By Lindsey Christie, Knee1 Staff
Gretchen Moore thought she was going off for a nice day of skiing with her son. Two years and three surgeries later, Moore has yet to get back on the slopes and is uncertain whether she ever will. However, Moore is back to riding her bike, shoveling snow, and looking after her four active children, thanks to the help of Dr. Jack Farr and the Cartilage Restoration Center.
At a small resort in Southern Michigan, Moore spent an enjoyable morning on parabolic skis. After she and her son finished lunch, they traded skis and Moore found herself on an older pair of long, skinny skis. She noticed that the snow conditions had changed while they were inside but didn’t think much of it. Unfortunately, however, the new conditions, strange skis, and her tired legs were cause for disaster. On her first run of the afternoon, Moore took a nasty tumble and her skis did not release. The fall was so bad that Moore could no longer ski and had to be transported down the slope on the back of a ski-patrol sled. When asked about her fall, Moore says, “I just overdid it.”
Moore was immediately taken into town for X-rays and medical attention. X-rays revealed that Moore had fractured her lateral tibial plateau. The physician who examined Moore told her that she should head home to her local hospital to have her badly damaged knee repaired.
The next day Moore went to the emergency room at her hometown hospital to have her knee “set.” Moore’s orthopaedic surgeon completely removed her torn meniscus and tried to repair the rest of the damage with three internal fixation screws. Moore was discharged with instructions to see a physical therapist. Although she was in pain, Moore was anxious to begin her recovery.
Nine weeks after getting off of crutches, Moore was still unable to walk. It was now May and her injury had occurred in January. Extremely disappointed with her progress and frustrated at the toll the injury was taking on her family, Moore went back to her orthopaedic surgeon. This time, he removed the hardware (or screws) he had put in four months earlier and performed the microfracture technique on her knee to try to stimulate the growth of articular cartilage.
Moore left the care of her doctor with the understanding that she would be healed by mid-summer. However, when summer arrived, Moore was still in significant pain and unable to walk properly, even with a brace. She was taking samples of the arthritis medication Celebrex to help with the pain and swelling she felt in her injured knee.
In October of 1999, almost 10 months after her injury, Moore was desperate for help and decided to contact Dr. Jack Farr, Medical Director of the Cartilage Restoration Center in Indianapolis, Indiana. Moore had heard that Dr. Farr was doing work with meniscal transplants and she wanted to see if he could help her.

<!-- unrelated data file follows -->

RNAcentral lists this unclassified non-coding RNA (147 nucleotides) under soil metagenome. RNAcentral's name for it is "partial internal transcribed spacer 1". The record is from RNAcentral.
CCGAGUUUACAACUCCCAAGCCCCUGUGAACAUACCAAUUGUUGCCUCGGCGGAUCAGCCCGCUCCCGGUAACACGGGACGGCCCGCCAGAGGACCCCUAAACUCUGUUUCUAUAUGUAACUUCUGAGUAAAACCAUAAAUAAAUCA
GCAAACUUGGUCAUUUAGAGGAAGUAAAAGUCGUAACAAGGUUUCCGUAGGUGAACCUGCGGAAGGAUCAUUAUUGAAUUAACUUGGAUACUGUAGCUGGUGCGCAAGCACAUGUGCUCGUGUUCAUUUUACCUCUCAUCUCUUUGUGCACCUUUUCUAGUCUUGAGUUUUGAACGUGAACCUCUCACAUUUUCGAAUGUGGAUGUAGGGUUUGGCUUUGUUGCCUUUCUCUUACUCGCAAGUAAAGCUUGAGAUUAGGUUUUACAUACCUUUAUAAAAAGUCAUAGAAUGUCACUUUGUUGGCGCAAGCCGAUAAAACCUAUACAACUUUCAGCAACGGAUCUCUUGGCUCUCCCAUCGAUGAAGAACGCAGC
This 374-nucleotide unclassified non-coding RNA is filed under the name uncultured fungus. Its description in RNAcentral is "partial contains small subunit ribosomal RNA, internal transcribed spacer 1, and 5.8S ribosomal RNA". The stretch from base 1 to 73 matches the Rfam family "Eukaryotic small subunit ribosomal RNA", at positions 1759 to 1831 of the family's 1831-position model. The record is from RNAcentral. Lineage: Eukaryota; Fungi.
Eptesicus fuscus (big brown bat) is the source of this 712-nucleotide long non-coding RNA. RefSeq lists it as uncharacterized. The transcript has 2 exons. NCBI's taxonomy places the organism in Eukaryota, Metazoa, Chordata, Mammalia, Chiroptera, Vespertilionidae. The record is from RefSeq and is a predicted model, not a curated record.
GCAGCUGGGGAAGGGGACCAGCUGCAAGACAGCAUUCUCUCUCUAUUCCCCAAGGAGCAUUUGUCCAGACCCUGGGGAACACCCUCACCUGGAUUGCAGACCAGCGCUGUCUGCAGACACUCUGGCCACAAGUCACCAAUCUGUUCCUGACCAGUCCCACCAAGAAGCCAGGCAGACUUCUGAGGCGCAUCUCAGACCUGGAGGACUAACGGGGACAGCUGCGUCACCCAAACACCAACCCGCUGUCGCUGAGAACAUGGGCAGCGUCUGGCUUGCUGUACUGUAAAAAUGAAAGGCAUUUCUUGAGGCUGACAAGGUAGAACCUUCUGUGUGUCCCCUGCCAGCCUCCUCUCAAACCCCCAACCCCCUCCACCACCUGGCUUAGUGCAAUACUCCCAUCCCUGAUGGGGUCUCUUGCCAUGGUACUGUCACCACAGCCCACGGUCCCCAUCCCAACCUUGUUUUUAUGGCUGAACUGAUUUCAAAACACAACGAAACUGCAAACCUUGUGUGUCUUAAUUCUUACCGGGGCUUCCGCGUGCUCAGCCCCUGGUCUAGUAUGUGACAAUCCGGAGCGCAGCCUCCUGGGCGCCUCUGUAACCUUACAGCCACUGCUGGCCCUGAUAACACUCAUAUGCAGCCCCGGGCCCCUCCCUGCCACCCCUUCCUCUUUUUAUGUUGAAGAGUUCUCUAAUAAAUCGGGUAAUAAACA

Upon examination, Dr. Farr recommended that Moore undergo a surgery that would entail implanting a fresh composite transplant consisting of a small shell of bone, the overly living articular cartilage of the plateau, and a natively attached meniscus to replace her missing meniscus and damaged articular cartilage, as well as repair the deformity to the tibial plateau (a result of the initial fracture). Dr. Farr hoped this procedure would relieve Moore’s pain and restore function to her knee.
Moore was willing to try anything to get back to her normal routine and agreed to the surgery. She then had to wait for a proper tissue match. Unfortunately, however, her insurance company did not approve the surgery and Moore was left in pain once more.
With a recovery within reach, Moore could do nothing but wait and hope. Moore and her husband switched their health insurance carrier and were happily surprised when her surgery was approved. Her physician could then begin the search for precisely sized and matched fresh donor tissue. They found a match for Moore in April of 2000, and she was headed for the operating room on Easter Day.
Moore’s third corrective surgery was long and involved. Dr. David Brokaw, a specialist in trauma reconstruction, assisted Dr. Farr in reestablishing the proper bone height, articular cartilage and mensicus to her knee. The new tibial plateau was stabilized with five screws and the soft tissue of Moore's new meniscus was secured with sutures. Unlike the many outpatient procedures patients experience today, Moore remained in the hospital for four days.
It has been almost 10 months since Moore’s last surgery and although she is not back to her pre-injury level of activity, she is no longer taking pain medication, has no limitations with activities of daily living, and states that she is “75 percent recovered” and suffers no more severe pain. Dr. Farr told Moore that it would take up to one year for the “creeping substitution” to take over the bone portion of her surgical transplant and allow for recovery.
Moore knows she still has some work to do to make a full recovery, but she is an active participant in her therapy. Three to four times a week she swims, bikes, and lifts weights to increase muscle tone, flexibility, and strength in her knee. Moore says she can feel herself recovering as each week passes and she and her husband have high hopes of completing a weeklong bike trip during the summer of 2001.